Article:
High Court of Justice maintains freezing order tied to GAFTA arbitration award indefinitely


Financier Worldwide Magazine

October 2016 Issue

October 2016 Issue

In Touton Far East Pte Ltd vs. Shri Lal Mahal Ltd, the English High Court of Justice determined that a post-judgment worldwide freezing order related to a Grain and Free Trade Association (GAFTA) arbitration award, should continue indefinitely until payment of the judgment or a further order was made.


In February 2016, the Court issued a freezing order in favour of the claimant, Touton Far East Private Limited against Shivnath Rai Harnarain Limited, an Indian company. The freezing order was made in support of a judgment which had previously been entered in the claimant’s favour, following and giving effect to a GAFTA arbitration award.

GAFTA’s standard form contracts and arbitration rules, like many commercial agreements and international arbitral rules, are governed by English law.

The Court subsequently made an additional order continuing the freezing order until payment of the judgment debt or further order and instructed that there would be a hearing on 18 March 2016, at which time the defendant’s compliance with the freezing order would be considered.

The defendant, although notified of the order, had up to that point failed to give any of the disclosure the Court required it to give regarding its worldwide assets. Additionally, the defendant’s solicitors indicated that they might wish to make an application to vary or discharge the order and the Court gave them opportunity to apply to vary or discharge the order but stipulated that any application must be made in time to be heard at the 18 March 2016 hearing.

Just prior to the 18 March hearing, the defendant provided a witness statement, purporting to comply with the Court’s order for disclosure.

At the 18 March hearing, the defendant raised two main points of argument regarding the freezing order that had previously been granted.

Firstly, the defendant submitted that it was not appropriate to maintain a freezing order that lasted indefinitely and that an expiration date should be stipulated. In the defendant’s submission, an appropriate period of time would have been one month.

Secondly, the defendant argued that it should have an extension of time to 1 April 2016 from 18 March 2016 to make a formal application to vary or set aside the freezing order.


The Court determined that the freezing order would remain in place until payment of the judgment debt or further order of the Court and refused the defendant’s request for additional time to bring an application to vary or set aside the freezing order.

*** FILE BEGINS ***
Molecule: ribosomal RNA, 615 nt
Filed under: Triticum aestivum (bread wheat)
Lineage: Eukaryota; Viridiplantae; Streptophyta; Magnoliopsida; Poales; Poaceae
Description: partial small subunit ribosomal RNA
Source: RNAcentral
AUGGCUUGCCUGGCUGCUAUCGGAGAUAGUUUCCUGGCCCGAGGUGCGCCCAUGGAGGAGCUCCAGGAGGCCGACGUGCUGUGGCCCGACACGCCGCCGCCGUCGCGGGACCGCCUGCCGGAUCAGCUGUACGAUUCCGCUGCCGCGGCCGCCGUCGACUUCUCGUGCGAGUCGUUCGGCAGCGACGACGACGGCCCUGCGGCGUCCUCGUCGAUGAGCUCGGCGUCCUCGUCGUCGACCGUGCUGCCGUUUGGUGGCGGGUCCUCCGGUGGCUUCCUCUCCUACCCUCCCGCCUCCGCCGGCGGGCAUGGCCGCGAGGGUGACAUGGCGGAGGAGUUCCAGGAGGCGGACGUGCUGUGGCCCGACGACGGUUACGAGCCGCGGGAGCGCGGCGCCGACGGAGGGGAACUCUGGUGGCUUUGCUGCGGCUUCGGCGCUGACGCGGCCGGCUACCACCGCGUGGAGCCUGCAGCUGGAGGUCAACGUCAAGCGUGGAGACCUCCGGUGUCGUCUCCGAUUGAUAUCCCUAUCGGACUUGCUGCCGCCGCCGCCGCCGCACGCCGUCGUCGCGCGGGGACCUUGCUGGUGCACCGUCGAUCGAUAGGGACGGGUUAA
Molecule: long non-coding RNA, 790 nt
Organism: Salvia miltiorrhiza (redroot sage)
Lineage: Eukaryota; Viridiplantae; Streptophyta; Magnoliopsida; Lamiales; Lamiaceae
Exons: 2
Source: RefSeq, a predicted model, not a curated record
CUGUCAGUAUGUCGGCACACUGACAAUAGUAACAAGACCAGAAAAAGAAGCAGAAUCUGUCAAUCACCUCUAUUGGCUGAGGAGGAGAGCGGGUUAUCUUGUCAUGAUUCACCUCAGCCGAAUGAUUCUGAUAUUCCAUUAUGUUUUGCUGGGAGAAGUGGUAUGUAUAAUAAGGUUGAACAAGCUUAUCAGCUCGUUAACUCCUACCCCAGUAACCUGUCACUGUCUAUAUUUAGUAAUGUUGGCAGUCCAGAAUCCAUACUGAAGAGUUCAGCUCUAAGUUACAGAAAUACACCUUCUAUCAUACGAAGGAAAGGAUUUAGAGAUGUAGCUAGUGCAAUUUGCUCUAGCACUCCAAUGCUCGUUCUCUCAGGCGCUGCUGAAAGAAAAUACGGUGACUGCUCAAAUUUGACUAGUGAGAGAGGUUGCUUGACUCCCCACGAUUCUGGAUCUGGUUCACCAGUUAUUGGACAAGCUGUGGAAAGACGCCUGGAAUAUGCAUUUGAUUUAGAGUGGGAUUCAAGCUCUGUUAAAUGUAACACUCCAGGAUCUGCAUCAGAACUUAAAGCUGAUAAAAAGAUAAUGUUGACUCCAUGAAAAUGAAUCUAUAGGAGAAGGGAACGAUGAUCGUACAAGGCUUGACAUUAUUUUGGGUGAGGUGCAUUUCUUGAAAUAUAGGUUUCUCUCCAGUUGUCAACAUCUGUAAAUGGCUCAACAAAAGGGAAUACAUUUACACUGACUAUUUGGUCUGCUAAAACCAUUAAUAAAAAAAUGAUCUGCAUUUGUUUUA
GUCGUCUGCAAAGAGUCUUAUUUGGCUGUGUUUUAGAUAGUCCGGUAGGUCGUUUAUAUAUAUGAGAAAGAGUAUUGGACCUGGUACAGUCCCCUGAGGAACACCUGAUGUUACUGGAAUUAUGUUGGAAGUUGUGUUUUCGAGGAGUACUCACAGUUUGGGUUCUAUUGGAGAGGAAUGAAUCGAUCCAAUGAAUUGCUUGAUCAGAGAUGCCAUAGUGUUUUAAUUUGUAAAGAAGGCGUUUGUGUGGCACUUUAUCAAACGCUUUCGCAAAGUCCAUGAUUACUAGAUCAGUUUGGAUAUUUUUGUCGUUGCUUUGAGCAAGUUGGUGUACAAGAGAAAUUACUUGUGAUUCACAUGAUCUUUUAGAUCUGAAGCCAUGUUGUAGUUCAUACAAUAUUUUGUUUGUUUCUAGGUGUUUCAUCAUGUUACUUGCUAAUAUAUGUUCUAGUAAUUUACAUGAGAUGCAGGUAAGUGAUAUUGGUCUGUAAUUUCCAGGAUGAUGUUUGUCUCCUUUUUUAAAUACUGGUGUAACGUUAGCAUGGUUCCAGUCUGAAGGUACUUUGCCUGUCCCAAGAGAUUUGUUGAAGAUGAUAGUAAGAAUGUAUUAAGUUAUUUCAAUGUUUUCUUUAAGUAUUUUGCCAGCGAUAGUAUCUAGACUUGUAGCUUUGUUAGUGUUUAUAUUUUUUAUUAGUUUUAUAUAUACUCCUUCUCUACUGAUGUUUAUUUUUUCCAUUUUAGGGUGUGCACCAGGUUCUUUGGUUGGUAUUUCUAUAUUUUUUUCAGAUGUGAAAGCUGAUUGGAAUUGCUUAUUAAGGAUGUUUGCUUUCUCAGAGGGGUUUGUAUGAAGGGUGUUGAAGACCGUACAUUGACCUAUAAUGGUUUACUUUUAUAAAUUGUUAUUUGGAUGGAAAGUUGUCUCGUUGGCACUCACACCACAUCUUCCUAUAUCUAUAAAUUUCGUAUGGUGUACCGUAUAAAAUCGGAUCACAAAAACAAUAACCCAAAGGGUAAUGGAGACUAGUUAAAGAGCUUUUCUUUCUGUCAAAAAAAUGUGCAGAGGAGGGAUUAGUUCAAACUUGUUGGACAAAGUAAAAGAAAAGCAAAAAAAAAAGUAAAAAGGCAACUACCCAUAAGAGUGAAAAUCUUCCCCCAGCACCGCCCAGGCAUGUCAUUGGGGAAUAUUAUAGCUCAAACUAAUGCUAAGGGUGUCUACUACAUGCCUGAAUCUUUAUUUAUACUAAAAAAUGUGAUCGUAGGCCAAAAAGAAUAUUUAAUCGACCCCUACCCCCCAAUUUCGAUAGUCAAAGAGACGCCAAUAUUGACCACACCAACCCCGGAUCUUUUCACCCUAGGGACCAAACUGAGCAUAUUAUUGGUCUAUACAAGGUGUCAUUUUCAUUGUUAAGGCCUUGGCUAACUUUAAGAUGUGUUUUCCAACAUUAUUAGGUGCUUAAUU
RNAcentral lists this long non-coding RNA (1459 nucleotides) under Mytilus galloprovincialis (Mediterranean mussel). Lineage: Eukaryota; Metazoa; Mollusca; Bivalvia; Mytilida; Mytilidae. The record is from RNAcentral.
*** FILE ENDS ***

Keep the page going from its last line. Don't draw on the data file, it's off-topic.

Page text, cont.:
The Court noted that while pre-judgment freezing orders should normally be of limited duration, this general principle did not apply to a judgment debt, even one that was almost six years old, where a party was making reasonable efforts to enforce the judgment.

The Court also specifically took issue with the defendant’s unacceptably sparse attempt to comply with the requirement for disclosure regarding its worldwide assets and, in addressing the issue of whether the claimant had promptly attempted reciprocal enforcement of the judgment, noted that while there had been several unsuccessful attempts to enforce the judgment in a number of jurisdictions, no attempt had been made to enforce the judgment in India, where the defendant was domiciled.

The Court held that while refusing to attempt enforcement in an appropriate jurisdiction could militate against continuing a freezing order, it was acceptable in this case as the defendant’s own position, supported by evidence it had provided, was that the judgment was unenforceable in India on the ground that it was contrary to public policy.

The Court further noted, disapprovingly, the unfortunate problem with two parties agreeing to be bound by arbitration to settle their disputes and then one party, dissatisfied with the result, relying on the domestic law in its home jurisdiction in an effort to justify its non-compliance with an arbitrator’s decision.

In concluding that the order should remain in place, the Court determined, in particular that (Touton at para 3): (i) it is the policy of English law that English judgments should be paid; (ii) the defendant was in a position to pay the judgment at any time; (iii)      it was clear that the defendant was a substantial company and was choosing not to pay as opposed to being unable to pay; and

(iv) if it was determined at a later date that the freezing order was being maintained by the claimant for an illegitimate purpose, the Court’s position could be reconsidered at that time.


The decision arguably suggests a continued desire by English courts to attempt to ensure that English judgments (whether court or arbitral) have a reasonable opportunity to be enforced internationally and that a successful arbitration claimant, acting diligently, be given fair opportunity to see that its judgment or award is realised, particularly when it is obvious that a defendant is attempting to avoid satisfying the award or judgment despite an ability to do so.

The appeal period for the decision has passed and, to date, there has been no further application or attempt by the defendant to vary or set aside the order.


Neil Finkelstein and Timothy St. John Ellam are partners and Layne Thiessen is an associate at McCarthy Tetrault LLP. Mr Finkelstein can be contacted on +1 (416) 601 7611 or by email: nfinkelstein@mccarthy.ca. Mr St. John Ellam can be contacted on +1 (403) 260 3533 or by email: tellam@mccarthy.ca. Mr Thiessen can be contacted on +1 (403) 260 3690 or by email: lthiessen@mccarthy.ca.

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